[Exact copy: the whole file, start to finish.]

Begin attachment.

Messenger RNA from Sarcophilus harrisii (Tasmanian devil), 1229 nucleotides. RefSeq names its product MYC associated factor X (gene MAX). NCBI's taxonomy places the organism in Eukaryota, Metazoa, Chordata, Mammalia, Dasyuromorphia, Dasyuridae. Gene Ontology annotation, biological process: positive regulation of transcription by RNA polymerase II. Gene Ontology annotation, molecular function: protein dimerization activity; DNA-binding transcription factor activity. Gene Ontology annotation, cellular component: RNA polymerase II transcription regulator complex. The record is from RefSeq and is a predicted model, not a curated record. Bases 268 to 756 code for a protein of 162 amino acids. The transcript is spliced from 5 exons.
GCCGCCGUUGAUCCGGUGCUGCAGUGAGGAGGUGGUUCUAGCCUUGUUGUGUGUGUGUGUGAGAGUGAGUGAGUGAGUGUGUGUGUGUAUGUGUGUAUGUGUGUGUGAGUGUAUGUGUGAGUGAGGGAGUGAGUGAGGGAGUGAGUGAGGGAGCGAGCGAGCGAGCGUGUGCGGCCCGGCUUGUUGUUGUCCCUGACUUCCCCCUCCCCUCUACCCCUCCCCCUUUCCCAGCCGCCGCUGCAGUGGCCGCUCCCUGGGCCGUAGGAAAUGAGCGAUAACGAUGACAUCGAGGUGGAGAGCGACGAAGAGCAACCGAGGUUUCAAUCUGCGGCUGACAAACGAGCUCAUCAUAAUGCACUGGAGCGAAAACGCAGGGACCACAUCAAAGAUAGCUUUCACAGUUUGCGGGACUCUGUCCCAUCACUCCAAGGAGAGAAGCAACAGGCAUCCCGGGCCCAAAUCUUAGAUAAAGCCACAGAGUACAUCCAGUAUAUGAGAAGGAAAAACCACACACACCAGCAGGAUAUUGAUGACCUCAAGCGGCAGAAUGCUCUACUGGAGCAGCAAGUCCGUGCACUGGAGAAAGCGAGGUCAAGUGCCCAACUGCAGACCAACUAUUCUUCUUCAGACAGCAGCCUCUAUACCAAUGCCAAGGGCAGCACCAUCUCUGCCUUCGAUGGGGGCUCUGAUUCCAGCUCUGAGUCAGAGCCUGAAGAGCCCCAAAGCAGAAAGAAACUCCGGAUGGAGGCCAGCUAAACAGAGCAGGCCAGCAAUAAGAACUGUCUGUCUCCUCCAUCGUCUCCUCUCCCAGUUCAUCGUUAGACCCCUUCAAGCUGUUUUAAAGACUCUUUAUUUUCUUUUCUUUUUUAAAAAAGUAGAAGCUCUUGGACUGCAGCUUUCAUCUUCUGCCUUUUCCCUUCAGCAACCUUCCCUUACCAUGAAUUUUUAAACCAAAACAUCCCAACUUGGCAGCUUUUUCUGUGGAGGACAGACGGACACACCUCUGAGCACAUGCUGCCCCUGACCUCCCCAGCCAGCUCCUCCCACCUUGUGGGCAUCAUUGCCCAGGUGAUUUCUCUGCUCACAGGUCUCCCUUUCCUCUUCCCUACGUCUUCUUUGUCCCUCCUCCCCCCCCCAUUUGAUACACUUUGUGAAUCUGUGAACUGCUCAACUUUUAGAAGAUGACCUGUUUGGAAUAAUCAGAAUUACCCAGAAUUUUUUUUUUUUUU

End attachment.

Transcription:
Messenger RNA from Sarcophilus harrisii (Tasmanian devil), 1229 nucleotides. RefSeq names its product MYC associated factor X (gene MAX). NCBI's taxonomy places the organism in Eukaryota, Metazoa, Chordata, Mammalia, Dasyuromorphia, Dasyuridae. Gene Ontology annotation, biological process: positive regulation of transcription by RNA polymerase II. Gene Ontology annotation, molecular function: protein dimerization activity; DNA-binding transcription factor activity. Gene Ontology annotation, cellular component: RNA polymerase II transcription regulator complex. The record is from RefSeq and is a predicted model, not a curated record. Bases 268 to 756 code for a protein of 162 amino acids. The transcript is spliced from 5 exons.
GCCGCCGUUGAUCCGGUGCUGCAGUGAGGAGGUGGUUCUAGCCUUGUUGUGUGUGUGUGUGAGAGUGAGUGAGUGAGUGUGUGUGUGUAUGUGUGUAUGUGUGUGUGAGUGUAUGUGUGAGUGAGGGAGUGAGUGAGGGAGUGAGUGAGGGAGCGAGCGAGCGAGCGUGUGCGGCCCGGCUUGUUGUUGUCCCUGACUUCCCCCUCCCCUCUACCCCUCCCCCUUUCCCAGCCGCCGCUGCAGUGGCCGCUCCCUGGGCCGUAGGAAAUGAGCGAUAACGAUGACAUCGAGGUGGAGAGCGACGAAGAGCAACCGAGGUUUCAAUCUGCGGCUGACAAACGAGCUCAUCAUAAUGCACUGGAGCGAAAACGCAGGGACCACAUCAAAGAUAGCUUUCACAGUUUGCGGGACUCUGUCCCAUCACUCCAAGGAGAGAAGCAACAGGCAUCCCGGGCCCAAAUCUUAGAUAAAGCCACAGAGUACAUCCAGUAUAUGAGAAGGAAAAACCACACACACCAGCAGGAUAUUGAUGACCUCAAGCGGCAGAAUGCUCUACUGGAGCAGCAAGUCCGUGCACUGGAGAAAGCGAGGUCAAGUGCCCAACUGCAGACCAACUAUUCUUCUUCAGACAGCAGCCUCUAUACCAAUGCCAAGGGCAGCACCAUCUCUGCCUUCGAUGGGGGCUCUGAUUCCAGCUCUGAGUCAGAGCCUGAAGAGCCCCAAAGCAGAAAGAAACUCCGGAUGGAGGCCAGCUAAACAGAGCAGGCCAGCAAUAAGAACUGUCUGUCUCCUCCAUCGUCUCCUCUCCCAGUUCAUCGUUAGACCCCUUCAAGCUGUUUUAAAGACUCUUUAUUUUCUUUUCUUUUUUAAAAAAGUAGAAGCUCUUGGACUGCAGCUUUCAUCUUCUGCCUUUUCCCUUCAGCAACCUUCCCUUACCAUGAAUUUUUAAACCAAAACAUCCCAACUUGGCAGCUUUUUCUGUGGAGGACAGACGGACACACCUCUGAGCACAUGCUGCCCCUGACCUCCCCAGCCAGCUCCUCCCACCUUGUGGGCAUCAUUGCCCAGGUGAUUUCUCUGCUCACAGGUCUCCCUUUCCUCUUCCCUACGUCUUCUUUGUCCCUCCUCCCCCCCCCAUUUGAUACACUUUGUGAAUCUGUGAACUGCUCAACUUUUAGAAGAUGACCUGUUUGGAAUAAUCAGAAUUACCCAGAAUUUUUUUUUUUUUU